Hartley Magazine

All the latest news, hints, tips and advice from our experts

Hawthorn Propagation

October 2017 - Image 1

With the encroaching cold there is propagation to be done in unheated greenhouses or cold frames: hawthorns for hedges. Until recently I had a few hawthorn trees along the boundary with my neighbour, but we have chopped them right down to the base. The idea is to encourage them to sprout from the ground to start to form a hedge that can seamlessly replace the geriatric fence when it finally gives up the ghost. But there are gaps and we are going to want some more plants, and this is the time to propagate.

Propagating hawthorns is a slow business, but we are in no big rush, and winter can help. It’s also an enjoyable process, working with the season and joining in here and there to move things along. Proper gardening. There are loads of haws around, even here in Bristol where it is used as a hedging plant in wilder spots, though I gathered mine from the hedge alongside Tesco which I’m not sure quite counts as wild… Gather up your handfuls and throw them into a bucket, because the first task is extracting the seed. Half fill the bucket with water and leave them to soak for a few days, changing the water each day. Then drain off most of the water, leaving a little behind, and bash the softened fruits with something flat ended – I used a rolling pin for mine, until they are a mush of seeds and flesh.

Fill the bucket and the unviable seeds and flesh should float to the top, easy to skim off, leaving the viable seeds at the bottom of the bucket. Next I sowed these seeds across the top of a couple of pots of gritty compost and covered them in grit. We now need to subject the seeds to a period of cold. This is where the cold frame or the cold greenhouse is useful – they will provide the chill the seeds need to break dormancy, while also offering a little protection from the full on elements. If your greenhouse is insulated or heated at all this wont work, and you should pop them in the cold frame where they will have no warmth at all. The frost will work on them all winter long. Wherever you put them, label them, water them and then pretty much forget about them.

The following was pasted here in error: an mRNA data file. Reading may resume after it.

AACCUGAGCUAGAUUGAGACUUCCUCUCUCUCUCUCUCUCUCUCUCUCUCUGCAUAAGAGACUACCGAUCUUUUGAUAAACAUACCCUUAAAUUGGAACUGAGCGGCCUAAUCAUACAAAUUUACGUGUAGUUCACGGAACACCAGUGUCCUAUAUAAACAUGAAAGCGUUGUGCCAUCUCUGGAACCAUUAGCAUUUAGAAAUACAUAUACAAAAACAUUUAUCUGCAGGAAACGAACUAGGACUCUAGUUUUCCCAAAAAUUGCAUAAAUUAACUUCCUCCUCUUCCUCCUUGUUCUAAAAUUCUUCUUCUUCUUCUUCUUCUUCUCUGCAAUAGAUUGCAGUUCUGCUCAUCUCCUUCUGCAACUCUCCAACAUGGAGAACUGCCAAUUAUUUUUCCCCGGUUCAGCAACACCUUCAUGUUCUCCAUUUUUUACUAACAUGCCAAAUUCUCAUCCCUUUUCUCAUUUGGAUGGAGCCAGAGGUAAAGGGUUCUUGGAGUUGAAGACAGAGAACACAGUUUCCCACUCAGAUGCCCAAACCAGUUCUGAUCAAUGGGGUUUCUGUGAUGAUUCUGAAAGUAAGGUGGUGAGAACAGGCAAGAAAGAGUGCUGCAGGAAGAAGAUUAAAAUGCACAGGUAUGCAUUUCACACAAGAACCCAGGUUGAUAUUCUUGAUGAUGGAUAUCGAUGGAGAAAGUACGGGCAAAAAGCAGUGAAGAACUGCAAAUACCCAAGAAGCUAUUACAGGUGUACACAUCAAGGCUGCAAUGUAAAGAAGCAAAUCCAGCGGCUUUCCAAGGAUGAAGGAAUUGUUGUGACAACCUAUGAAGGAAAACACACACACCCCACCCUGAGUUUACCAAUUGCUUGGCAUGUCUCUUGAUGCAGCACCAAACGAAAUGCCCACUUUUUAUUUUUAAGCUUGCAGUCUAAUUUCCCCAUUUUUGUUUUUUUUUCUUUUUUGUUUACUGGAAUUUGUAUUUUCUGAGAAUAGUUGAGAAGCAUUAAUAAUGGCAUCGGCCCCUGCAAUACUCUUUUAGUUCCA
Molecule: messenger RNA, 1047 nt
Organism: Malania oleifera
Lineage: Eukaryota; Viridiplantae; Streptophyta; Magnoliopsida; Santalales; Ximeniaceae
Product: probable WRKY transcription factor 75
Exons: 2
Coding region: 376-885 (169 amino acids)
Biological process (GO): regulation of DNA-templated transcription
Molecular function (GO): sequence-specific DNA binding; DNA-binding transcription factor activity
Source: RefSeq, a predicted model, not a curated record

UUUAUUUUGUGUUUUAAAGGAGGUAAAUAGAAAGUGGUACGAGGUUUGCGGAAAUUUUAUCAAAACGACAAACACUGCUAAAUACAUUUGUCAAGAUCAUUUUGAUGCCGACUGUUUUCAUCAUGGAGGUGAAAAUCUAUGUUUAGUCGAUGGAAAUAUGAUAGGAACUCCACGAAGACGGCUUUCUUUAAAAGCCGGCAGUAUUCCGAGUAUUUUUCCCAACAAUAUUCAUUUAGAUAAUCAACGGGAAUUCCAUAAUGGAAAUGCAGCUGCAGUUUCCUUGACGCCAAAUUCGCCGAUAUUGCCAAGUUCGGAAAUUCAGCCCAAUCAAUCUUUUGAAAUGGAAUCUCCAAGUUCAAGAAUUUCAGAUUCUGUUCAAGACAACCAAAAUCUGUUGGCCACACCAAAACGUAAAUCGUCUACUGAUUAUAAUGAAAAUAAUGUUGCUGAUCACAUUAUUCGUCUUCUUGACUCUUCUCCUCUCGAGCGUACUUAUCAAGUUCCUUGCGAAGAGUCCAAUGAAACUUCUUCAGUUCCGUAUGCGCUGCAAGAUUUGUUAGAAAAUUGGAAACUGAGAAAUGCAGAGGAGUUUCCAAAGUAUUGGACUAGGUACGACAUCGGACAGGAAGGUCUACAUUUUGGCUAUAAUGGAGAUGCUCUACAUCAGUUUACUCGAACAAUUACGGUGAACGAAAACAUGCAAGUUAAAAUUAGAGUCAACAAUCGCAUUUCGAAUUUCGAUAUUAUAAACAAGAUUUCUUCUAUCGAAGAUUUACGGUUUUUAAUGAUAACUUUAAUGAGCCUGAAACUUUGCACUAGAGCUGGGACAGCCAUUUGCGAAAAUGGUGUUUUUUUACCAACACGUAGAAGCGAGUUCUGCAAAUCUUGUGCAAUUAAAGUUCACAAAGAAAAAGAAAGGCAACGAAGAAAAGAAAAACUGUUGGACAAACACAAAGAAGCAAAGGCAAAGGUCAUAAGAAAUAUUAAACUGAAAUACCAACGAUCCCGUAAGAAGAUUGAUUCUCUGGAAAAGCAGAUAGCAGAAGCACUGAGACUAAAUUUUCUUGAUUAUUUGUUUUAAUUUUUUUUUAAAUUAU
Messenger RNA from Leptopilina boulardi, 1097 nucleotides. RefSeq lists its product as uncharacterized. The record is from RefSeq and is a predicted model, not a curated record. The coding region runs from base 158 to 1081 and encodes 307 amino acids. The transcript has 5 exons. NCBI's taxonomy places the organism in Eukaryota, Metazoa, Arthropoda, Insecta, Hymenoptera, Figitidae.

Then wait. Put them aside. Forget about them. A full eighteen months will pass before they start to germinate, in around February of the second year, and in the meantime they should just get a little trickle of water every now and then to keep them ticking along. Once they start to germinate it is a good idea to make them a well-worked nursery bed outside, sprinkle them across it, and water them in.I have a patch of the allotment earmarked for this.

The same technique can be used to propagate any autumn berries – roses from rosehips, blackthorns from sloes. The benefit of propagating from seeds is always in the variety it throws up: each of the plants will flower at a very slightly different time, leaf up at a different moment, have subtly different haws, making them less likely to all be damaged or wiped out by a freak frost or a particular disease. By picking and sowing from parent plants that are growing in your area you are also selecting for plants with characteristics that are suited to your conditions: if the parent plant didn’t like it where you live then it wouldn’t be healthy and covered in berries now. It’s slow, but satisfying, and will make a beautiful, healthy, varied hedge in the end.